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April 11, 2013

As the economy recovers, price of gold plummets

Gold, Long a Secure Investment, Loses Its Luster - NYTimes.com
And in Pocatello, Idaho, the tiny golden treasure of Jon Norstog has dwindled, too. A $29,000 investment that Mr. Norstog made in 2011 is now worth about $17,000, a loss of 42 percent. “I thought if worst came to worst and the government brought down the world economy, I would still have something that was worth something,” Mr. Norstog, 67, says of his foray into gold. Gold, pride of Croesus and store of wealth since time immemorial, has turned out to be a very bad investment of late. A mere two years after its price raced to a nominal high, gold is sinking — fast. Its price has fallen 17 percent since late 2011. Wednesday was another bad day for gold: the price of bullion dropped $28 to $1,558 an ounce. It is a remarkable turnabout for an investment that many have long regarded as one of the safest of all. The decline has been so swift that some Wall Street analysts are declaring the end of a golden age of gold. The stakes are high: the last time the metal went through a patch like this, in the 1980s, its price took 30 years to recover. What went wrong? The answer, in part, lies in what went right. Analysts say gold is losing its allure after an astonishing 650 percent rally from August 1999 to August 2011. Fast-money hedge fund managers and ordinary savers alike flocked to gold, that haven of havens, when the world economy teetered on the brink in 2009. Now, the worst of the Great Recession has passed. Things are looking up for the economy and, as a result, down for gold. On top of that, concern that the loose monetary policy at Federal Reserve might set off inflation — a prospect that drove investors to gold — have so far proved to be unfounded.

April 10, 2013

Louvre Forced To Close After Staff Walks Out In Protest Of Aggressive Pickpockets

Louvre Forced To Close After Staff Walks Out In Protest Of Aggressive Pickpockets – Consumerist
Beyond all the valuable pieces of art on display at the Louvre in Paris, there’s a whole other set of treasures — the pockets and purses of the millions of visitors who walk through its doors every year. The world’s most-visited museum was forced to close today after more than 100 staff walked out in protest over the rampant thievery going on right under Mona Lisa’s nose. Workers walked off the job today to call attention to the problem of large, organized gangs of thieves who they say roam the museum and are becoming “more aggressive.” Staff and visitors alike have been falling prey to pickpockets, reports The Guardian, with the museum admitting that it’s problem that’s growing bigger. This, despite the fact that police are working closely with the museum, and those people already known as pickpockets are not allowed to re-enter the museum. A union official for the staff said workers are afraid of the roving gangs, which include minors who can get into the Louvre for free. There have also been reports of spitting, insults, threats and kicking on the part of the thieves.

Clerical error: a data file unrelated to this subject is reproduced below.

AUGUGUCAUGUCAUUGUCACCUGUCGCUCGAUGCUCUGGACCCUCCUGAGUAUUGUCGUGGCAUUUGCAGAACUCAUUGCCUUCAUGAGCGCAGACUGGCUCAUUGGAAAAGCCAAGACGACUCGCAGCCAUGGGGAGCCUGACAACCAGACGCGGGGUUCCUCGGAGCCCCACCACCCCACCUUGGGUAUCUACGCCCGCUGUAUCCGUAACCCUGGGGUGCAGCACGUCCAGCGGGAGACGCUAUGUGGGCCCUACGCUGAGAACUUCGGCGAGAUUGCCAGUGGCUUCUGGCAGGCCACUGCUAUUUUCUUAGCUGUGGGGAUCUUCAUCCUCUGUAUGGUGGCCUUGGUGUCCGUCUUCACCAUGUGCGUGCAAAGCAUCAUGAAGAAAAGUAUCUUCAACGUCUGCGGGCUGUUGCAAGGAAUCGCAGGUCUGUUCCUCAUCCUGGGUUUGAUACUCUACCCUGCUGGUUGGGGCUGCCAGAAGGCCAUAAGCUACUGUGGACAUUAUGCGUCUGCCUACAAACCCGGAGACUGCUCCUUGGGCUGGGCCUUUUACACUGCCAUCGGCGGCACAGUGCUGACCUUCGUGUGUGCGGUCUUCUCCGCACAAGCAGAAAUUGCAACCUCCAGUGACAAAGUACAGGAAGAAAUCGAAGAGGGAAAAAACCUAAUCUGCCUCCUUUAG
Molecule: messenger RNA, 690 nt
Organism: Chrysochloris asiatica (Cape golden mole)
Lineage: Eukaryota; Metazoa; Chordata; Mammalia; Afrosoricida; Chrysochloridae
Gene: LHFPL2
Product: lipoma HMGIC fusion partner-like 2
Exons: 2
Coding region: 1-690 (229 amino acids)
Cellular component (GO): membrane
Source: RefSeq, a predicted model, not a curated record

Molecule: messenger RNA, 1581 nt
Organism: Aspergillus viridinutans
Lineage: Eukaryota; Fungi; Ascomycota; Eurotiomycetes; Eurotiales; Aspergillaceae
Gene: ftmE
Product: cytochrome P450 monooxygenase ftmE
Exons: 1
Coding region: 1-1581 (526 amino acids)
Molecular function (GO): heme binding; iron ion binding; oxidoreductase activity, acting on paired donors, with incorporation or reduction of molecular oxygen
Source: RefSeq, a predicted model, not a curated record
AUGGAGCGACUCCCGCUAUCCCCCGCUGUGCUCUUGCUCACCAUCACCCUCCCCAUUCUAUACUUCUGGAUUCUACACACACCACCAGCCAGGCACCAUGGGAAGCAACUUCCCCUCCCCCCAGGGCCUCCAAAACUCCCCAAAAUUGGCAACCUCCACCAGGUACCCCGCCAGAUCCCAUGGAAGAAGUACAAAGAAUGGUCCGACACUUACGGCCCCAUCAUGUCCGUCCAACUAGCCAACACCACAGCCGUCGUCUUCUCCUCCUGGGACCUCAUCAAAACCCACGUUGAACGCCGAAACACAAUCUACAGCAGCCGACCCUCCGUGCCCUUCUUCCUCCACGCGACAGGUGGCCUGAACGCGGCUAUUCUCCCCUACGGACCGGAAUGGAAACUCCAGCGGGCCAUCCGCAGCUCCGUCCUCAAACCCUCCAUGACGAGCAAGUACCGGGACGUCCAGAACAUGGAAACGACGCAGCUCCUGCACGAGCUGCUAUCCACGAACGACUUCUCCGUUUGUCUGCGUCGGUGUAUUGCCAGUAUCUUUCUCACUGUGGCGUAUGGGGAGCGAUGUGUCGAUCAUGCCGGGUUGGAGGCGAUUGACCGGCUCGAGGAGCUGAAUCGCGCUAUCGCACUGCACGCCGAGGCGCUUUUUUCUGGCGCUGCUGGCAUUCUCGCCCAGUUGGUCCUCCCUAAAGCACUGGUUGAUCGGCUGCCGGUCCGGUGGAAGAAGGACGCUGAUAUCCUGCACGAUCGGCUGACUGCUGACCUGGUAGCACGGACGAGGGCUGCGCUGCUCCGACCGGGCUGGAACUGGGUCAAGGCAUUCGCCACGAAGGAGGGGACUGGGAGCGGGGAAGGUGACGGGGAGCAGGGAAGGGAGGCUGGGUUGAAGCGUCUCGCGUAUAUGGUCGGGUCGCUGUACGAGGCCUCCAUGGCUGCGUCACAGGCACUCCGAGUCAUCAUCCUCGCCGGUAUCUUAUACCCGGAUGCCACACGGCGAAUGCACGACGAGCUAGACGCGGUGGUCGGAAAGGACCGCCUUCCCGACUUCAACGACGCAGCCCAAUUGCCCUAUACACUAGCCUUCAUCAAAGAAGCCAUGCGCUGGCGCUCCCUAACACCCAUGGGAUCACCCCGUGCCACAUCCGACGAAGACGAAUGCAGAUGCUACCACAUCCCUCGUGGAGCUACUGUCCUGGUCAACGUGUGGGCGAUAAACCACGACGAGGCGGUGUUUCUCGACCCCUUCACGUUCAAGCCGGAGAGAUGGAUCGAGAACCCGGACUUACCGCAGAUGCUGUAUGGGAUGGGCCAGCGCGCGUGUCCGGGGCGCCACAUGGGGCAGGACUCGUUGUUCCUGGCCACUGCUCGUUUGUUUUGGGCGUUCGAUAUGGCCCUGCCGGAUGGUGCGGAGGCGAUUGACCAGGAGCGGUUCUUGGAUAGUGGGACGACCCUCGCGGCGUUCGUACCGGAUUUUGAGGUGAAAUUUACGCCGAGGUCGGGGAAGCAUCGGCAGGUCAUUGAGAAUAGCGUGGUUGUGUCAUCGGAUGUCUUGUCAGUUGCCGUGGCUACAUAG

April 08, 2013

Seven Rules Written by an Asshole for Managing Creative People

Short version: Bully them, terrorize them, undermine them, and pay them nothing. Seven Rules for Managing Creative People - Tomas Chamorro-Premuzic - Harvard Business Review
5. Pay them poorly: There is a longstanding debate about the relationship between intrinsic and extrinsic motivation. Over the past two decades, psychologists have provided compelling evidence for the so-called "over-justification" effect, namely the process whereby higher external rewards impair performance by depressing a person's genuine or intrinsic interest. Most notably, two large-scale meta-analyses reported that, when tasks are inherently meaningful (and creative tasks are certainly in this condition), external rewards diminish engagement. This is true in both adults and children, especially when people are rewarded merely for performing a task. However, providing positive feedback (praises) does not harm intrinsic motivation, so long as the feedback is perceived as genuine. The moral of the story? The more you pay people to do what they love, the less they will love it. In the words of Czikszentmihalyi, "the most important quality, the one that is most consistently present in all creative individuals, is the ability to enjoy the process of creation for its own sake." More importantly, people with a talent for innovation are not driven by money. Data from our research archive, which includes over 50,000 managers from 20 different countries, indicates quite clearly that the more imaginative and inquisitive people are, the more they are driven by recognition and sheer scientific curiosity rather than commercial needs.